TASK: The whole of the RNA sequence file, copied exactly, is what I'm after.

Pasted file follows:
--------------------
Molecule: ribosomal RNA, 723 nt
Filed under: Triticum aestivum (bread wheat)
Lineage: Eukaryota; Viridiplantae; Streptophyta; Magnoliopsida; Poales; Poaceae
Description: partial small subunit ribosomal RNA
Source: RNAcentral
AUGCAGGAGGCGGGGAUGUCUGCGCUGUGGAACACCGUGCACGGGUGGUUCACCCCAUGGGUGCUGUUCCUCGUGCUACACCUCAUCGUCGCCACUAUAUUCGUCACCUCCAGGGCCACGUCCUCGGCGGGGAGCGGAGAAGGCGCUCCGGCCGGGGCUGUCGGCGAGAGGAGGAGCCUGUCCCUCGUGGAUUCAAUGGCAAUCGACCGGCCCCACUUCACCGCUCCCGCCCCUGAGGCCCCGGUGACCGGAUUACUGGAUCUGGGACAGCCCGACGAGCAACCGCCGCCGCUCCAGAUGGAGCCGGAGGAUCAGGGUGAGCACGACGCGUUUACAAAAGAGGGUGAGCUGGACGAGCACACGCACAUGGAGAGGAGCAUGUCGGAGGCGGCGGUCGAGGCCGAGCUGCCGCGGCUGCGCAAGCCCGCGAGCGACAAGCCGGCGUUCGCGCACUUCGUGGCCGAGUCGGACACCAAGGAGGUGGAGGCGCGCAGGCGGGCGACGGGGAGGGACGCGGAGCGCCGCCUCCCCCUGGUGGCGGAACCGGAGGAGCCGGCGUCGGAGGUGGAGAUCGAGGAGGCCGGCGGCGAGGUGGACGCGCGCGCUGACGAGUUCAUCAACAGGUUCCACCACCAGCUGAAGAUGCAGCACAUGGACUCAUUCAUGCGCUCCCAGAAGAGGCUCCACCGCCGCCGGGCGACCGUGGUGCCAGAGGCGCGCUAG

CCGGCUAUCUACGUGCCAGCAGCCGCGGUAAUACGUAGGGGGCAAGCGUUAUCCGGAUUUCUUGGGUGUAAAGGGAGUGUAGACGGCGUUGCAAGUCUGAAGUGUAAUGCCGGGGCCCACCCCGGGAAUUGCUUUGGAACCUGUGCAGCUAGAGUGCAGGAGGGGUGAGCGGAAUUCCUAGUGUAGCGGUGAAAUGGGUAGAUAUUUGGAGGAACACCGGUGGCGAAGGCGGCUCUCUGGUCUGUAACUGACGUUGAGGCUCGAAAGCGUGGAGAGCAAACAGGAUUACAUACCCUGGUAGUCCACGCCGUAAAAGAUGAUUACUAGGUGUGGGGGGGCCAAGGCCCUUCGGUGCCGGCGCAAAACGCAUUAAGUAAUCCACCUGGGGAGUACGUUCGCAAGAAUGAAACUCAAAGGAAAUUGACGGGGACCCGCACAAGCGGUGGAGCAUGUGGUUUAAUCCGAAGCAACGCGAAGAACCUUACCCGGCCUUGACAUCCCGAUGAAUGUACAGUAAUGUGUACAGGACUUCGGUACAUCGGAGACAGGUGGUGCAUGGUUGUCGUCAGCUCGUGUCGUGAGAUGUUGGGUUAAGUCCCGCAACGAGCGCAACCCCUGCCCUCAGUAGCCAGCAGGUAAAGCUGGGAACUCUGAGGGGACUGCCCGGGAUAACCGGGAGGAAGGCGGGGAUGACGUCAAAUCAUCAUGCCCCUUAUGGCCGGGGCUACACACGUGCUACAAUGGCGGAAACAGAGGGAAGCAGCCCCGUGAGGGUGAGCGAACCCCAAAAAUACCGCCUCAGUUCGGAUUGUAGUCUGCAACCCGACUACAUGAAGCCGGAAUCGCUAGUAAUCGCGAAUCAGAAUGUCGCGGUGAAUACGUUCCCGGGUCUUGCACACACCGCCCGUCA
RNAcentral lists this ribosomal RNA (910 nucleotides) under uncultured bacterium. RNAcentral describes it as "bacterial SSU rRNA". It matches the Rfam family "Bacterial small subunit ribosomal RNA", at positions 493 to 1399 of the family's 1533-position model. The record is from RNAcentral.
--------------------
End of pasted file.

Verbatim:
Molecule: ribosomal RNA, 723 nt
Filed under: Triticum aestivum (bread wheat)
Lineage: Eukaryota; Viridiplantae; Streptophyta; Magnoliopsida; Poales; Poaceae
Description: partial small subunit ribosomal RNA
Source: RNAcentral
AUGCAGGAGGCGGGGAUGUCUGCGCUGUGGAACACCGUGCACGGGUGGUUCACCCCAUGGGUGCUGUUCCUCGUGCUACACCUCAUCGUCGCCACUAUAUUCGUCACCUCCAGGGCCACGUCCUCGGCGGGGAGCGGAGAAGGCGCUCCGGCCGGGGCUGUCGGCGAGAGGAGGAGCCUGUCCCUCGUGGAUUCAAUGGCAAUCGACCGGCCCCACUUCACCGCUCCCGCCCCUGAGGCCCCGGUGACCGGAUUACUGGAUCUGGGACAGCCCGACGAGCAACCGCCGCCGCUCCAGAUGGAGCCGGAGGAUCAGGGUGAGCACGACGCGUUUACAAAAGAGGGUGAGCUGGACGAGCACACGCACAUGGAGAGGAGCAUGUCGGAGGCGGCGGUCGAGGCCGAGCUGCCGCGGCUGCGCAAGCCCGCGAGCGACAAGCCGGCGUUCGCGCACUUCGUGGCCGAGUCGGACACCAAGGAGGUGGAGGCGCGCAGGCGGGCGACGGGGAGGGACGCGGAGCGCCGCCUCCCCCUGGUGGCGGAACCGGAGGAGCCGGCGUCGGAGGUGGAGAUCGAGGAGGCCGGCGGCGAGGUGGACGCGCGCGCUGACGAGUUCAUCAACAGGUUCCACCACCAGCUGAAGAUGCAGCACAUGGACUCAUUCAUGCGCUCCCAGAAGAGGCUCCACCGCCGCCGGGCGACCGUGGUGCCAGAGGCGCGCUAG

CCGGCUAUCUACGUGCCAGCAGCCGCGGUAAUACGUAGGGGGCAAGCGUUAUCCGGAUUUCUUGGGUGUAAAGGGAGUGUAGACGGCGUUGCAAGUCUGAAGUGUAAUGCCGGGGCCCACCCCGGGAAUUGCUUUGGAACCUGUGCAGCUAGAGUGCAGGAGGGGUGAGCGGAAUUCCUAGUGUAGCGGUGAAAUGGGUAGAUAUUUGGAGGAACACCGGUGGCGAAGGCGGCUCUCUGGUCUGUAACUGACGUUGAGGCUCGAAAGCGUGGAGAGCAAACAGGAUUACAUACCCUGGUAGUCCACGCCGUAAAAGAUGAUUACUAGGUGUGGGGGGGCCAAGGCCCUUCGGUGCCGGCGCAAAACGCAUUAAGUAAUCCACCUGGGGAGUACGUUCGCAAGAAUGAAACUCAAAGGAAAUUGACGGGGACCCGCACAAGCGGUGGAGCAUGUGGUUUAAUCCGAAGCAACGCGAAGAACCUUACCCGGCCUUGACAUCCCGAUGAAUGUACAGUAAUGUGUACAGGACUUCGGUACAUCGGAGACAGGUGGUGCAUGGUUGUCGUCAGCUCGUGUCGUGAGAUGUUGGGUUAAGUCCCGCAACGAGCGCAACCCCUGCCCUCAGUAGCCAGCAGGUAAAGCUGGGAACUCUGAGGGGACUGCCCGGGAUAACCGGGAGGAAGGCGGGGAUGACGUCAAAUCAUCAUGCCCCUUAUGGCCGGGGCUACACACGUGCUACAAUGGCGGAAACAGAGGGAAGCAGCCCCGUGAGGGUGAGCGAACCCCAAAAAUACCGCCUCAGUUCGGAUUGUAGUCUGCAACCCGACUACAUGAAGCCGGAAUCGCUAGUAAUCGCGAAUCAGAAUGUCGCGGUGAAUACGUUCCCGGGUCUUGCACACACCGCCCGUCA
RNAcentral lists this ribosomal RNA (910 nucleotides) under uncultured bacterium. RNAcentral describes it as "bacterial SSU rRNA". It matches the Rfam family "Bacterial small subunit ribosomal RNA", at positions 493 to 1399 of the family's 1533-position model. The record is from RNAcentral.